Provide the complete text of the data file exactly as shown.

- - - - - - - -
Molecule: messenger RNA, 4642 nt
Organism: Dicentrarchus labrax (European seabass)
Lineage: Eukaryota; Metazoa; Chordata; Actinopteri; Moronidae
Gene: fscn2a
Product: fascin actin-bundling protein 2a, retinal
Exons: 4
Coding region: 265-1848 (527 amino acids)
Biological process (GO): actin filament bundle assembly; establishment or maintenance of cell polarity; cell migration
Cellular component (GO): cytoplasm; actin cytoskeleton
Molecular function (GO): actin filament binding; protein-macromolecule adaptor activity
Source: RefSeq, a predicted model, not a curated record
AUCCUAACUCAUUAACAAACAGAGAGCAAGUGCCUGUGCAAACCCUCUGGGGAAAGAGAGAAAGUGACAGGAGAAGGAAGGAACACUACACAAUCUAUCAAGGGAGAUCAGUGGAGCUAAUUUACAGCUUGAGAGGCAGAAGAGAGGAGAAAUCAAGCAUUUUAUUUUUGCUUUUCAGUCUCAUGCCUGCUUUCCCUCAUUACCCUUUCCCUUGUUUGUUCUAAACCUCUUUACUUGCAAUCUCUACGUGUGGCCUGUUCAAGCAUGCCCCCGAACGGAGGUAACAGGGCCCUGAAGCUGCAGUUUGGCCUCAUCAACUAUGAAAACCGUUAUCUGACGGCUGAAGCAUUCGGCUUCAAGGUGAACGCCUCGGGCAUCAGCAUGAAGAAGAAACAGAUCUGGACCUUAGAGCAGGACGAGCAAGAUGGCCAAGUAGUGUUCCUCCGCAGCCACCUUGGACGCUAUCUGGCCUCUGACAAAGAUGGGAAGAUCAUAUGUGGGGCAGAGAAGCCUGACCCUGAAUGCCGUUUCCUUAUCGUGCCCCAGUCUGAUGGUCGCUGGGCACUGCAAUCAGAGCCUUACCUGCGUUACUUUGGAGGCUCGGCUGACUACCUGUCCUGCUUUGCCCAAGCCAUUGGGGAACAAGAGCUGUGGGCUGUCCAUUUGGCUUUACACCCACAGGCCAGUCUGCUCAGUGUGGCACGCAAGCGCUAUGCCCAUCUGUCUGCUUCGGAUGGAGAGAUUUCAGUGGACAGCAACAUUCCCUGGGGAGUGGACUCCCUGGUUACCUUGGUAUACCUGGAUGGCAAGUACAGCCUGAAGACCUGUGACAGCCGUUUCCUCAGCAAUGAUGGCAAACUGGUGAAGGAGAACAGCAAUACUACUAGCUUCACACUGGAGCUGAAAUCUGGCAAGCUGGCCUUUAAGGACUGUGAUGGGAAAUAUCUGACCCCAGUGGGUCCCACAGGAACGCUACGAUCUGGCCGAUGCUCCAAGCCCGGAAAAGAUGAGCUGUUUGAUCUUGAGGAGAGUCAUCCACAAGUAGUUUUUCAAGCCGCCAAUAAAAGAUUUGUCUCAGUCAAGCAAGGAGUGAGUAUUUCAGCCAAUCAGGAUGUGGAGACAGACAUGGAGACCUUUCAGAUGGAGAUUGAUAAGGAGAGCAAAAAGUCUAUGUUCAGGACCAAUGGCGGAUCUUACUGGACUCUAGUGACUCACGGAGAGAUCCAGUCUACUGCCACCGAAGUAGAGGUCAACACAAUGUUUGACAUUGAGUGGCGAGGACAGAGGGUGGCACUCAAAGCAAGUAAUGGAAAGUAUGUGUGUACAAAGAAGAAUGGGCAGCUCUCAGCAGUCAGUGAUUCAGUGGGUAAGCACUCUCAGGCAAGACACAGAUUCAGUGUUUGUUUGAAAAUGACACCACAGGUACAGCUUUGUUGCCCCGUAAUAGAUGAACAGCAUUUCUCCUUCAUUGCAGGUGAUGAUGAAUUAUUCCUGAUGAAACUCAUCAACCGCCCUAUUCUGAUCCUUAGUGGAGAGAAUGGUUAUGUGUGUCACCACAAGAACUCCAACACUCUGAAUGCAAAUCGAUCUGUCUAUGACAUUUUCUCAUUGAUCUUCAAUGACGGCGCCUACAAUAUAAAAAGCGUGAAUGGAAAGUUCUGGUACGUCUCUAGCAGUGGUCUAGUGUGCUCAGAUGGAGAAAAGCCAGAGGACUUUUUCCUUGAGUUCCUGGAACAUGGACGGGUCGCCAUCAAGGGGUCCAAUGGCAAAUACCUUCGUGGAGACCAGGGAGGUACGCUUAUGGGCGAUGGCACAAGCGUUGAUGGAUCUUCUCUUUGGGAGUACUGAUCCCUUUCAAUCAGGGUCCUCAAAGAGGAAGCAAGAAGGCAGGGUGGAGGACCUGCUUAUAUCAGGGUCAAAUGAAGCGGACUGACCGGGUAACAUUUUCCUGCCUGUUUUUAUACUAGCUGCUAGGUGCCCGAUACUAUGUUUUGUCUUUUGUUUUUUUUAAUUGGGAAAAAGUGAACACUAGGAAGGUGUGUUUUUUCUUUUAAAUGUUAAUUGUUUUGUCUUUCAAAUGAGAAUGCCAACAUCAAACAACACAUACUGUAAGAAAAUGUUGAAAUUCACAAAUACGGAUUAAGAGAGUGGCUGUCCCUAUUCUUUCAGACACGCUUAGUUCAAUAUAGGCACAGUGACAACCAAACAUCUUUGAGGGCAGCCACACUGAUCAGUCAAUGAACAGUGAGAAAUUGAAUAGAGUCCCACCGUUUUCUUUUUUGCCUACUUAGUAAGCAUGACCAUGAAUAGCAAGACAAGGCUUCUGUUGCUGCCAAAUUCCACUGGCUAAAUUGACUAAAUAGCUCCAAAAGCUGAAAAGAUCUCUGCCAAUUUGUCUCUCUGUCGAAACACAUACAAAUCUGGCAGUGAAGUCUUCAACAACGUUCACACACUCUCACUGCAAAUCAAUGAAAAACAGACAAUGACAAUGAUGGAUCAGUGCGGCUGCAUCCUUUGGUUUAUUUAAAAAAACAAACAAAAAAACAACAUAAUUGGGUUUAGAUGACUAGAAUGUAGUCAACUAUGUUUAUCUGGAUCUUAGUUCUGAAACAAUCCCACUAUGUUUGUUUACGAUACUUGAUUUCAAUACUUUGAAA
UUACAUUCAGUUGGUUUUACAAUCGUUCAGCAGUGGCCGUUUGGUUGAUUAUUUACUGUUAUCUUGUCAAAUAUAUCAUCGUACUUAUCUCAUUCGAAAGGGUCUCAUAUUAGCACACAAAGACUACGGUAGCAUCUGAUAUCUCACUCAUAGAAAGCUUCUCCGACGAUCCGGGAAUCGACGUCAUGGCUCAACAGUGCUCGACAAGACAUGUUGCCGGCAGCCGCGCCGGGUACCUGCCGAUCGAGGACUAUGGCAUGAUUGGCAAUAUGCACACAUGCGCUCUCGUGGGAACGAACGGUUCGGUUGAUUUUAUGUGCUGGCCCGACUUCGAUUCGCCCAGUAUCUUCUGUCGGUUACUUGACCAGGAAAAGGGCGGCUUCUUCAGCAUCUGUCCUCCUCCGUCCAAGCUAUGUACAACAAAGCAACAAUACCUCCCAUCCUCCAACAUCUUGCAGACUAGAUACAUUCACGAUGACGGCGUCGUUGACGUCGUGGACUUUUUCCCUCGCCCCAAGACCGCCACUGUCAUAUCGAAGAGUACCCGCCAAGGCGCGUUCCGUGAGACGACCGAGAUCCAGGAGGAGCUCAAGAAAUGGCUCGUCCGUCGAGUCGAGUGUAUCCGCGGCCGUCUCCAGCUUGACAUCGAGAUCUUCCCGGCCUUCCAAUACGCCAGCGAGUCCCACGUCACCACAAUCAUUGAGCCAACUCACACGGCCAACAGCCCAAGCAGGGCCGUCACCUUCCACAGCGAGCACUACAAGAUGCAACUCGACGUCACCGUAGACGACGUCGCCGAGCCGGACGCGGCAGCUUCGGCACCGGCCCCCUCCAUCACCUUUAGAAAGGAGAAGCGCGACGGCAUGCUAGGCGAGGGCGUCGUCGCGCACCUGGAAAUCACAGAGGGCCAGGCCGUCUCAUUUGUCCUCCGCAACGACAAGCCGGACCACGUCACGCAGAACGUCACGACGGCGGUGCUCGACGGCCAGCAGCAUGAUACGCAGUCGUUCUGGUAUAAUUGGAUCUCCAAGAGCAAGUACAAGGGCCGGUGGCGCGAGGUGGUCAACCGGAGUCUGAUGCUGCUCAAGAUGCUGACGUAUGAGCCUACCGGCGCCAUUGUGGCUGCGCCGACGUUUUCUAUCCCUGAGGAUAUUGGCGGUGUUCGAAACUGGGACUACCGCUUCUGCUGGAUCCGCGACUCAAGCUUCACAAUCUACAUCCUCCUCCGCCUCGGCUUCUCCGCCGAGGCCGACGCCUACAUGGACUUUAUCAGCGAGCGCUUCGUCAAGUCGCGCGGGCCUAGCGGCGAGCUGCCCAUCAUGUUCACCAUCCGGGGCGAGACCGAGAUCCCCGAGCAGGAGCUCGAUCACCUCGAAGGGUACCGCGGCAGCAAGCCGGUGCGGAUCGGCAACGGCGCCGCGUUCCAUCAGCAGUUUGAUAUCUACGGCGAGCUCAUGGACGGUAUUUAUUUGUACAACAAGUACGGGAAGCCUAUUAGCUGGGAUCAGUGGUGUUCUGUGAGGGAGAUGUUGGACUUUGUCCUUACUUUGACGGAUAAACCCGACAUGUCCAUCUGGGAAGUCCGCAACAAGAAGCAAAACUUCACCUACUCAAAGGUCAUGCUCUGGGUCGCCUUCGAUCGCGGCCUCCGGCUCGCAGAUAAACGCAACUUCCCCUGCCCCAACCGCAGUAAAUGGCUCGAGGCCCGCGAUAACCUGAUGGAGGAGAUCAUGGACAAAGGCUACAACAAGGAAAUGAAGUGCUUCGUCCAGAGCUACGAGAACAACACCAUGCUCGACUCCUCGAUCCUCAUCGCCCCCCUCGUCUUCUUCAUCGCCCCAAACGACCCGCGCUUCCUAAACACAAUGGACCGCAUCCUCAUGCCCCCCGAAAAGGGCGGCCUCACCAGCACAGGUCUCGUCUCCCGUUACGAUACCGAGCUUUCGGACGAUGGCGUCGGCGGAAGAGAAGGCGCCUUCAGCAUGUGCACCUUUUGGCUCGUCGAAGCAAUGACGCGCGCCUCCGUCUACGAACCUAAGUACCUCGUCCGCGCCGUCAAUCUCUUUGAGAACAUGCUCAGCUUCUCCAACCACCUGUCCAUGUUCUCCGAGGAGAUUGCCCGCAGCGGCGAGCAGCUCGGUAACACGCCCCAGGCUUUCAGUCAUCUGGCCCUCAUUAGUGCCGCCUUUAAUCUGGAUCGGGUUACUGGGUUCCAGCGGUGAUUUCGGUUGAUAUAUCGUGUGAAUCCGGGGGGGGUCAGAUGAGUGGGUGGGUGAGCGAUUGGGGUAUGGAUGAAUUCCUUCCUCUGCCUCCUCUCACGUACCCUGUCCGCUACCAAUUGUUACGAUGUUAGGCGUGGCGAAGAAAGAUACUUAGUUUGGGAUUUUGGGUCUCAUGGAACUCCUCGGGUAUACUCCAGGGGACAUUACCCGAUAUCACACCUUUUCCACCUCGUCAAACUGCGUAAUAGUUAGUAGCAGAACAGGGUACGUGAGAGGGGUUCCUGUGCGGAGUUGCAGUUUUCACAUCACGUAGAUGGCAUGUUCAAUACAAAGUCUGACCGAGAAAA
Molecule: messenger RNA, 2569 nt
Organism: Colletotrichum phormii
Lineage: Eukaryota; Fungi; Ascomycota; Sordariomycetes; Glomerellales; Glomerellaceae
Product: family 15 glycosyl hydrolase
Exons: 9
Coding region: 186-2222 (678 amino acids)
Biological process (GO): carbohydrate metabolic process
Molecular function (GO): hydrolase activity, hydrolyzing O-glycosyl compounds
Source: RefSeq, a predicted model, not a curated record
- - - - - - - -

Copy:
Molecule: messenger RNA, 4642 nt
Organism: Dicentrarchus labrax (European seabass)
Lineage: Eukaryota; Metazoa; Chordata; Actinopteri; Moronidae
Gene: fscn2a
Product: fascin actin-bundling protein 2a, retinal
Exons: 4
Coding region: 265-1848 (527 amino acids)
Biological process (GO): actin filament bundle assembly; establishment or maintenance of cell polarity; cell migration
Cellular component (GO): cytoplasm; actin cytoskeleton
Molecular function (GO): actin filament binding; protein-macromolecule adaptor activity
Source: RefSeq, a predicted model, not a curated record
AUCCUAACUCAUUAACAAACAGAGAGCAAGUGCCUGUGCAAACCCUCUGGGGAAAGAGAGAAAGUGACAGGAGAAGGAAGGAACACUACACAAUCUAUCAAGGGAGAUCAGUGGAGCUAAUUUACAGCUUGAGAGGCAGAAGAGAGGAGAAAUCAAGCAUUUUAUUUUUGCUUUUCAGUCUCAUGCCUGCUUUCCCUCAUUACCCUUUCCCUUGUUUGUUCUAAACCUCUUUACUUGCAAUCUCUACGUGUGGCCUGUUCAAGCAUGCCCCCGAACGGAGGUAACAGGGCCCUGAAGCUGCAGUUUGGCCUCAUCAACUAUGAAAACCGUUAUCUGACGGCUGAAGCAUUCGGCUUCAAGGUGAACGCCUCGGGCAUCAGCAUGAAGAAGAAACAGAUCUGGACCUUAGAGCAGGACGAGCAAGAUGGCCAAGUAGUGUUCCUCCGCAGCCACCUUGGACGCUAUCUGGCCUCUGACAAAGAUGGGAAGAUCAUAUGUGGGGCAGAGAAGCCUGACCCUGAAUGCCGUUUCCUUAUCGUGCCCCAGUCUGAUGGUCGCUGGGCACUGCAAUCAGAGCCUUACCUGCGUUACUUUGGAGGCUCGGCUGACUACCUGUCCUGCUUUGCCCAAGCCAUUGGGGAACAAGAGCUGUGGGCUGUCCAUUUGGCUUUACACCCACAGGCCAGUCUGCUCAGUGUGGCACGCAAGCGCUAUGCCCAUCUGUCUGCUUCGGAUGGAGAGAUUUCAGUGGACAGCAACAUUCCCUGGGGAGUGGACUCCCUGGUUACCUUGGUAUACCUGGAUGGCAAGUACAGCCUGAAGACCUGUGACAGCCGUUUCCUCAGCAAUGAUGGCAAACUGGUGAAGGAGAACAGCAAUACUACUAGCUUCACACUGGAGCUGAAAUCUGGCAAGCUGGCCUUUAAGGACUGUGAUGGGAAAUAUCUGACCCCAGUGGGUCCCACAGGAACGCUACGAUCUGGCCGAUGCUCCAAGCCCGGAAAAGAUGAGCUGUUUGAUCUUGAGGAGAGUCAUCCACAAGUAGUUUUUCAAGCCGCCAAUAAAAGAUUUGUCUCAGUCAAGCAAGGAGUGAGUAUUUCAGCCAAUCAGGAUGUGGAGACAGACAUGGAGACCUUUCAGAUGGAGAUUGAUAAGGAGAGCAAAAAGUCUAUGUUCAGGACCAAUGGCGGAUCUUACUGGACUCUAGUGACUCACGGAGAGAUCCAGUCUACUGCCACCGAAGUAGAGGUCAACACAAUGUUUGACAUUGAGUGGCGAGGACAGAGGGUGGCACUCAAAGCAAGUAAUGGAAAGUAUGUGUGUACAAAGAAGAAUGGGCAGCUCUCAGCAGUCAGUGAUUCAGUGGGUAAGCACUCUCAGGCAAGACACAGAUUCAGUGUUUGUUUGAAAAUGACACCACAGGUACAGCUUUGUUGCCCCGUAAUAGAUGAACAGCAUUUCUCCUUCAUUGCAGGUGAUGAUGAAUUAUUCCUGAUGAAACUCAUCAACCGCCCUAUUCUGAUCCUUAGUGGAGAGAAUGGUUAUGUGUGUCACCACAAGAACUCCAACACUCUGAAUGCAAAUCGAUCUGUCUAUGACAUUUUCUCAUUGAUCUUCAAUGACGGCGCCUACAAUAUAAAAAGCGUGAAUGGAAAGUUCUGGUACGUCUCUAGCAGUGGUCUAGUGUGCUCAGAUGGAGAAAAGCCAGAGGACUUUUUCCUUGAGUUCCUGGAACAUGGACGGGUCGCCAUCAAGGGGUCCAAUGGCAAAUACCUUCGUGGAGACCAGGGAGGUACGCUUAUGGGCGAUGGCACAAGCGUUGAUGGAUCUUCUCUUUGGGAGUACUGAUCCCUUUCAAUCAGGGUCCUCAAAGAGGAAGCAAGAAGGCAGGGUGGAGGACCUGCUUAUAUCAGGGUCAAAUGAAGCGGACUGACCGGGUAACAUUUUCCUGCCUGUUUUUAUACUAGCUGCUAGGUGCCCGAUACUAUGUUUUGUCUUUUGUUUUUUUUAAUUGGGAAAAAGUGAACACUAGGAAGGUGUGUUUUUUCUUUUAAAUGUUAAUUGUUUUGUCUUUCAAAUGAGAAUGCCAACAUCAAACAACACAUACUGUAAGAAAAUGUUGAAAUUCACAAAUACGGAUUAAGAGAGUGGCUGUCCCUAUUCUUUCAGACACGCUUAGUUCAAUAUAGGCACAGUGACAACCAAACAUCUUUGAGGGCAGCCACACUGAUCAGUCAAUGAACAGUGAGAAAUUGAAUAGAGUCCCACCGUUUUCUUUUUUGCCUACUUAGUAAGCAUGACCAUGAAUAGCAAGACAAGGCUUCUGUUGCUGCCAAAUUCCACUGGCUAAAUUGACUAAAUAGCUCCAAAAGCUGAAAAGAUCUCUGCCAAUUUGUCUCUCUGUCGAAACACAUACAAAUCUGGCAGUGAAGUCUUCAACAACGUUCACACACUCUCACUGCAAAUCAAUGAAAAACAGACAAUGACAAUGAUGGAUCAGUGCGGCUGCAUCCUUUGGUUUAUUUAAAAAAACAAACAAAAAAACAACAUAAUUGGGUUUAGAUGACUAGAAUGUAGUCAACUAUGUUUAUCUGGAUCUUAGUUCUGAAACAAUCCCACUAUGUUUGUUUACGAUACUUGAUUUCAAUACUUUGAAA
UUACAUUCAGUUGGUUUUACAAUCGUUCAGCAGUGGCCGUUUGGUUGAUUAUUUACUGUUAUCUUGUCAAAUAUAUCAUCGUACUUAUCUCAUUCGAAAGGGUCUCAUAUUAGCACACAAAGACUACGGUAGCAUCUGAUAUCUCACUCAUAGAAAGCUUCUCCGACGAUCCGGGAAUCGACGUCAUGGCUCAACAGUGCUCGACAAGACAUGUUGCCGGCAGCCGCGCCGGGUACCUGCCGAUCGAGGACUAUGGCAUGAUUGGCAAUAUGCACACAUGCGCUCUCGUGGGAACGAACGGUUCGGUUGAUUUUAUGUGCUGGCCCGACUUCGAUUCGCCCAGUAUCUUCUGUCGGUUACUUGACCAGGAAAAGGGCGGCUUCUUCAGCAUCUGUCCUCCUCCGUCCAAGCUAUGUACAACAAAGCAACAAUACCUCCCAUCCUCCAACAUCUUGCAGACUAGAUACAUUCACGAUGACGGCGUCGUUGACGUCGUGGACUUUUUCCCUCGCCCCAAGACCGCCACUGUCAUAUCGAAGAGUACCCGCCAAGGCGCGUUCCGUGAGACGACCGAGAUCCAGGAGGAGCUCAAGAAAUGGCUCGUCCGUCGAGUCGAGUGUAUCCGCGGCCGUCUCCAGCUUGACAUCGAGAUCUUCCCGGCCUUCCAAUACGCCAGCGAGUCCCACGUCACCACAAUCAUUGAGCCAACUCACACGGCCAACAGCCCAAGCAGGGCCGUCACCUUCCACAGCGAGCACUACAAGAUGCAACUCGACGUCACCGUAGACGACGUCGCCGAGCCGGACGCGGCAGCUUCGGCACCGGCCCCCUCCAUCACCUUUAGAAAGGAGAAGCGCGACGGCAUGCUAGGCGAGGGCGUCGUCGCGCACCUGGAAAUCACAGAGGGCCAGGCCGUCUCAUUUGUCCUCCGCAACGACAAGCCGGACCACGUCACGCAGAACGUCACGACGGCGGUGCUCGACGGCCAGCAGCAUGAUACGCAGUCGUUCUGGUAUAAUUGGAUCUCCAAGAGCAAGUACAAGGGCCGGUGGCGCGAGGUGGUCAACCGGAGUCUGAUGCUGCUCAAGAUGCUGACGUAUGAGCCUACCGGCGCCAUUGUGGCUGCGCCGACGUUUUCUAUCCCUGAGGAUAUUGGCGGUGUUCGAAACUGGGACUACCGCUUCUGCUGGAUCCGCGACUCAAGCUUCACAAUCUACAUCCUCCUCCGCCUCGGCUUCUCCGCCGAGGCCGACGCCUACAUGGACUUUAUCAGCGAGCGCUUCGUCAAGUCGCGCGGGCCUAGCGGCGAGCUGCCCAUCAUGUUCACCAUCCGGGGCGAGACCGAGAUCCCCGAGCAGGAGCUCGAUCACCUCGAAGGGUACCGCGGCAGCAAGCCGGUGCGGAUCGGCAACGGCGCCGCGUUCCAUCAGCAGUUUGAUAUCUACGGCGAGCUCAUGGACGGUAUUUAUUUGUACAACAAGUACGGGAAGCCUAUUAGCUGGGAUCAGUGGUGUUCUGUGAGGGAGAUGUUGGACUUUGUCCUUACUUUGACGGAUAAACCCGACAUGUCCAUCUGGGAAGUCCGCAACAAGAAGCAAAACUUCACCUACUCAAAGGUCAUGCUCUGGGUCGCCUUCGAUCGCGGCCUCCGGCUCGCAGAUAAACGCAACUUCCCCUGCCCCAACCGCAGUAAAUGGCUCGAGGCCCGCGAUAACCUGAUGGAGGAGAUCAUGGACAAAGGCUACAACAAGGAAAUGAAGUGCUUCGUCCAGAGCUACGAGAACAACACCAUGCUCGACUCCUCGAUCCUCAUCGCCCCCCUCGUCUUCUUCAUCGCCCCAAACGACCCGCGCUUCCUAAACACAAUGGACCGCAUCCUCAUGCCCCCCGAAAAGGGCGGCCUCACCAGCACAGGUCUCGUCUCCCGUUACGAUACCGAGCUUUCGGACGAUGGCGUCGGCGGAAGAGAAGGCGCCUUCAGCAUGUGCACCUUUUGGCUCGUCGAAGCAAUGACGCGCGCCUCCGUCUACGAACCUAAGUACCUCGUCCGCGCCGUCAAUCUCUUUGAGAACAUGCUCAGCUUCUCCAACCACCUGUCCAUGUUCUCCGAGGAGAUUGCCCGCAGCGGCGAGCAGCUCGGUAACACGCCCCAGGCUUUCAGUCAUCUGGCCCUCAUUAGUGCCGCCUUUAAUCUGGAUCGGGUUACUGGGUUCCAGCGGUGAUUUCGGUUGAUAUAUCGUGUGAAUCCGGGGGGGGUCAGAUGAGUGGGUGGGUGAGCGAUUGGGGUAUGGAUGAAUUCCUUCCUCUGCCUCCUCUCACGUACCCUGUCCGCUACCAAUUGUUACGAUGUUAGGCGUGGCGAAGAAAGAUACUUAGUUUGGGAUUUUGGGUCUCAUGGAACUCCUCGGGUAUACUCCAGGGGACAUUACCCGAUAUCACACCUUUUCCACCUCGUCAAACUGCGUAAUAGUUAGUAGCAGAACAGGGUACGUGAGAGGGGUUCCUGUGCGGAGUUGCAGUUUUCACAUCACGUAGAUGGCAUGUUCAAUACAAAGUCUGACCGAGAAAA
Molecule: messenger RNA, 2569 nt
Organism: Colletotrichum phormii
Lineage: Eukaryota; Fungi; Ascomycota; Sordariomycetes; Glomerellales; Glomerellaceae
Product: family 15 glycosyl hydrolase
Exons: 9
Coding region: 186-2222 (678 amino acids)
Biological process (GO): carbohydrate metabolic process
Molecular function (GO): hydrolase activity, hydrolyzing O-glycosyl compounds
Source: RefSeq, a predicted model, not a curated record